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    @b.ben Each aggregate should validate its own data. A saga is more about one event triggering a number of additional commands (e.g. 'okay, the money has been transferred, let's tell the shipping aggregate to handle the logistics). Maybe you can elaborate a bit on what you're doing? – doubleYou Aug 11 '18 at 11:21
  • I just give an example in my question. – b.ben Aug 11 '18 at 18:14
  • @b.ben sorry, I've been a bit busy lately. I've edited my answer to incorporate your example. – doubleYou Aug 15 '18 at 17:35
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When a many-to-many relationship presents itself ([Room] <- [UserRoomSession] -> [User]), the simplest approach is to choose a single side of the relationship to "own" the data. In this case we are choosing Room (which is probably the correct choice). The idea of an Aggregate is that all of the data within its consistency boundary is treated as one. Consider the following (yeah yeah PHP... happened to be what my editor had open today):

class JoinRoomCommand
{
    public $roomId;

    public $userId;
}

class JoinRoomCommandHandler
{
    private $roomRepository;

    private $sessionRepository;

    public function handle( JoinRoomCommand $cmd ) : void
    {
        $room = $this->roomRepository->find( $cmd->roomId );

        // how you "find or create" is up to you
        try {
            $session = $this->sessionRepository->findByUserId( $cmd->userId );
        } catch( \Exception $e ) { // SessionNotFound
            $session = $room->createSessionFor( $cmd->userId );
        }

        $room->startSession( $session );

        $this->roomRepository->save( $room );
    }
}

// Aggregate
class Room
{
    private $id;

    private $capacity;

    private $isDestroyed;

    private $sessions = [];

    public function createSessionFor( int $userId ) : RoomSession
    {
        return new RoomSession( $this->roomId, $userId );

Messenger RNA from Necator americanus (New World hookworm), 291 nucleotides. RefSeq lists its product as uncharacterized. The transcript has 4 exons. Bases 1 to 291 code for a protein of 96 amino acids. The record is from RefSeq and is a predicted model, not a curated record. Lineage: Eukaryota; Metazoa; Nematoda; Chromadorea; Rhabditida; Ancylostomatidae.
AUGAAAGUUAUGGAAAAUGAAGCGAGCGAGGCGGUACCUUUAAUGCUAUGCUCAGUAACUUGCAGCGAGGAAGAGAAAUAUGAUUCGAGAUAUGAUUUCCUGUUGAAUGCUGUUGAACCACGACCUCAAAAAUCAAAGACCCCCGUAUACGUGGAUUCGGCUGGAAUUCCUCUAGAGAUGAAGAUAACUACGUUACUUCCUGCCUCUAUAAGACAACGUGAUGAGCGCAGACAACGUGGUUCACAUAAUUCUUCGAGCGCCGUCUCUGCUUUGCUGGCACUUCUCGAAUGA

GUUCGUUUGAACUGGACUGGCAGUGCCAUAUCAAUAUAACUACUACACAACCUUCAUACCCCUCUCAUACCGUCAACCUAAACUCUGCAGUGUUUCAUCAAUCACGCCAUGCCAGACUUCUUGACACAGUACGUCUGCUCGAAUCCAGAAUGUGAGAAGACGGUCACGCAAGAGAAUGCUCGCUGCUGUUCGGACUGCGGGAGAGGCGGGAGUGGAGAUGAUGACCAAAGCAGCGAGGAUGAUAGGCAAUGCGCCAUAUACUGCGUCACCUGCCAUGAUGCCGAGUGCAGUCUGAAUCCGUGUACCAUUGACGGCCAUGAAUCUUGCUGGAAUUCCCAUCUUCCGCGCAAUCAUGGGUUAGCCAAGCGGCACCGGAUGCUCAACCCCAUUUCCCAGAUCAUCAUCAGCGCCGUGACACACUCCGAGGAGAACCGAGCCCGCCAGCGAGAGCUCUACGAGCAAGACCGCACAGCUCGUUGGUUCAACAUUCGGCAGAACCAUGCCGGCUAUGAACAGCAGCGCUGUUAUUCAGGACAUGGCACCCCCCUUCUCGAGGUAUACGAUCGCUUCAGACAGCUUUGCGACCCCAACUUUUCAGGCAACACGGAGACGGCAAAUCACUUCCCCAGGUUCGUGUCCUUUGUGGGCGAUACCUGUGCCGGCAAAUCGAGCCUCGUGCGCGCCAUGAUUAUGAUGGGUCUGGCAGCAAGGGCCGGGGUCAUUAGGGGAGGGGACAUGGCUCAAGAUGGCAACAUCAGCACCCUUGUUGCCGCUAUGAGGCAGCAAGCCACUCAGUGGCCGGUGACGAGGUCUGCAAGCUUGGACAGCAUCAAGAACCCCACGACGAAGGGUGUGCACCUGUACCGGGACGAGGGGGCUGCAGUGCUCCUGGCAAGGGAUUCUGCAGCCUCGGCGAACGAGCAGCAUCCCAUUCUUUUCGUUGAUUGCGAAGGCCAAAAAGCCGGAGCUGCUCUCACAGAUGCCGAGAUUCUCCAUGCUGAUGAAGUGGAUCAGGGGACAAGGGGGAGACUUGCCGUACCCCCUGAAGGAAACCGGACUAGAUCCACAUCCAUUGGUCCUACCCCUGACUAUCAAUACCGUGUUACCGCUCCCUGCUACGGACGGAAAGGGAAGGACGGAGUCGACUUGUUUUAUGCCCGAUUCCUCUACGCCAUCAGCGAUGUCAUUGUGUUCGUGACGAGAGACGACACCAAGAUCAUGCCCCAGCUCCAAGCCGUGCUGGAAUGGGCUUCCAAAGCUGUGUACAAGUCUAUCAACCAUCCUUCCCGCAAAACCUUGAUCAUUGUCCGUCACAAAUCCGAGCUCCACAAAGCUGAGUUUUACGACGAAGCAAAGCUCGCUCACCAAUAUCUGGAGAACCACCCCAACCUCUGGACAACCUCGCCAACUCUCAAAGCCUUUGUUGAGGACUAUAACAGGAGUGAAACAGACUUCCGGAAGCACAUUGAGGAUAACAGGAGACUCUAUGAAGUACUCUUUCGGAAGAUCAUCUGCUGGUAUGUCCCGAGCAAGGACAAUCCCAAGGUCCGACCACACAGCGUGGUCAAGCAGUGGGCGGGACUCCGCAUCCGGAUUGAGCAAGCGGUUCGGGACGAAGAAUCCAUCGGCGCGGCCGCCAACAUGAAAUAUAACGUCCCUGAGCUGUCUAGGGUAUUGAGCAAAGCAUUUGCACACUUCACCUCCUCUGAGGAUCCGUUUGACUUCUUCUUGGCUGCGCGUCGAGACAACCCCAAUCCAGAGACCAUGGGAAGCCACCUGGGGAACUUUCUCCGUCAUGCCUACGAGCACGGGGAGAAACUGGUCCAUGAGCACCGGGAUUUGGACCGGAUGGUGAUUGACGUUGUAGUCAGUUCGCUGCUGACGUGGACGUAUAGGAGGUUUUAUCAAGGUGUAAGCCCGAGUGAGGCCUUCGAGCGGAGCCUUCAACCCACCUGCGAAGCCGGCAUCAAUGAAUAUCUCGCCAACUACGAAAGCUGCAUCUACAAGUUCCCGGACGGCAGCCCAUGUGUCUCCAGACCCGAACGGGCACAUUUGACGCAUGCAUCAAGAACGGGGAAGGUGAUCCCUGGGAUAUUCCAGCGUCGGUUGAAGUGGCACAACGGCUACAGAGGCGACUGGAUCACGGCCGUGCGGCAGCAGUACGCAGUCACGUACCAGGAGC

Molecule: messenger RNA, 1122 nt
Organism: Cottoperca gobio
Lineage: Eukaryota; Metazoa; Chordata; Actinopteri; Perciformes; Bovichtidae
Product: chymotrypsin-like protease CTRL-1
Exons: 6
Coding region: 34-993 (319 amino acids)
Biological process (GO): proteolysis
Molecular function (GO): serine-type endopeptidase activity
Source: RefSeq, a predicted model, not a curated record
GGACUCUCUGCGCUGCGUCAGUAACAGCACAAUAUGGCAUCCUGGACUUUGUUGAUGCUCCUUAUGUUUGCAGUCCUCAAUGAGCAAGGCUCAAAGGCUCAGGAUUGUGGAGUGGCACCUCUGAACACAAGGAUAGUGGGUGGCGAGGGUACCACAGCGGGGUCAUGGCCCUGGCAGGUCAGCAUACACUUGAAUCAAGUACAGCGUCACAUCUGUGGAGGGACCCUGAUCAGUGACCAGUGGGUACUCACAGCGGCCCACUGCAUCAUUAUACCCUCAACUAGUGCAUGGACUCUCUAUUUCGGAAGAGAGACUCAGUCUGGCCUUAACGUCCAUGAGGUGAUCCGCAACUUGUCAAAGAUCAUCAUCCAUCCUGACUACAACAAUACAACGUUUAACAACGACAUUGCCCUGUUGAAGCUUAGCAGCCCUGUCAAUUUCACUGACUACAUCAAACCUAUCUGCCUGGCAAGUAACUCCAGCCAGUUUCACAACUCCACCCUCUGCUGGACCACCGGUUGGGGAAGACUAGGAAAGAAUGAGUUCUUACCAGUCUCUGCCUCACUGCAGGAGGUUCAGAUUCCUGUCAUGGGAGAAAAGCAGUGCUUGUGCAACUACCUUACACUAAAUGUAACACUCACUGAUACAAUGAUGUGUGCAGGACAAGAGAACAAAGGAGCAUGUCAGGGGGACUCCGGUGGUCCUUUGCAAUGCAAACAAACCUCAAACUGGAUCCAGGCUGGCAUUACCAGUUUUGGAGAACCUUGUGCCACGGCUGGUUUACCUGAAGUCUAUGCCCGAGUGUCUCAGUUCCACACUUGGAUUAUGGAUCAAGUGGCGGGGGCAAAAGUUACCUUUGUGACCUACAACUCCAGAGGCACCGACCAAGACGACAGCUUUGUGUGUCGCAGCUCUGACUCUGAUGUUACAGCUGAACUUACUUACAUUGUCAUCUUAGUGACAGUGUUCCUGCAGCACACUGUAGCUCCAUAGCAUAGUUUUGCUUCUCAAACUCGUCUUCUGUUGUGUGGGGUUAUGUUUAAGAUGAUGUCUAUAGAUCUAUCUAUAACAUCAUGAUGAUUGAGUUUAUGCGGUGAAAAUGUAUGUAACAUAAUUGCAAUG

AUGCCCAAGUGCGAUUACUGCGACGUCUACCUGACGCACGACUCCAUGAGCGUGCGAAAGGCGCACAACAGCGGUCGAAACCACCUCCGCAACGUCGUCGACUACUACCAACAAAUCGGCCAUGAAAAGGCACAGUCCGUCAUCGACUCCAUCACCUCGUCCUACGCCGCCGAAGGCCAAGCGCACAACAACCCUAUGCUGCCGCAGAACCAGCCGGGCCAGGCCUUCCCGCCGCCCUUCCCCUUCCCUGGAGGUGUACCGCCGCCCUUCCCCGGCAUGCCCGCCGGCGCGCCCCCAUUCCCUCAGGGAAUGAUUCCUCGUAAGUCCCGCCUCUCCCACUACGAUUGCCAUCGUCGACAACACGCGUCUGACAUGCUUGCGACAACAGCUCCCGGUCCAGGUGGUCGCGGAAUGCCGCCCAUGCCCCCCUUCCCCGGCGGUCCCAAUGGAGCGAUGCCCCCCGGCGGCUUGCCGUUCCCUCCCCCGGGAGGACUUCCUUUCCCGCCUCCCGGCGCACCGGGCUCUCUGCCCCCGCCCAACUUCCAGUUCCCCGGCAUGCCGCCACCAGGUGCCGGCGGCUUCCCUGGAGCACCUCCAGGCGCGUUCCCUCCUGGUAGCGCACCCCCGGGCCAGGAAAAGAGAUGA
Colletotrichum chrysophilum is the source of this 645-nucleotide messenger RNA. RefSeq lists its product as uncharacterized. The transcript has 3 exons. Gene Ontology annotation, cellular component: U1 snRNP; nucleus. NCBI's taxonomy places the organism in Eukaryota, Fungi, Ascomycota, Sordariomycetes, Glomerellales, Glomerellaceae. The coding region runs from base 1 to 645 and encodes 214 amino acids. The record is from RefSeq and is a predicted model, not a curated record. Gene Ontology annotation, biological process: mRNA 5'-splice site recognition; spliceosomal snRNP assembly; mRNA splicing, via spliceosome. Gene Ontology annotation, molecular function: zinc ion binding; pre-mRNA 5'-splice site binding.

}

    public function startSession( RoomSession $session ) : void
    {   
        // room must not be destroyed
        if( $this->isDestroyed )
            throw new \Exception("Room does not exist");

        // room cannot be full
        if( false === ($this->capacity < count($this->sessions)) ) 
            throw new \Exception("Room is full");

        // session cannot already be in a romm
        if( NULL !== $session->roomId )
            throw new \Exception("Session is in another room");

        // two sessions cannot exist for same user
        foreach( $this->sessions as $currentSession ) {
            if( $currentSession->userId === $session->userId ) 
                throw new \Exception("Session already exists");
        }

        // add session to private collection
        $this->sessions[] = $session;
    }
}

// Value Object (pretend public "get", private "set")
class RoomSession
{
    public $roomId;

    public $userId;

    public $status;

    public function __construct( ?int $roomId, ?int $userId, string $status = 'ACTIVE' )
    {
        $this->roomId = $roomId;
        $this->userId = $userId;
        $this->status = $status;
    }
}

In the above example, all validation is located in the Room aggregate. I would argue, in this case, that separating the idea of "creating" RoomSession and "joining" a Room is likely not faithful to your domain/UL. It seems to me that RoomSessions are just a technical detail that is necessary to facilitate the use-case of "User joins room".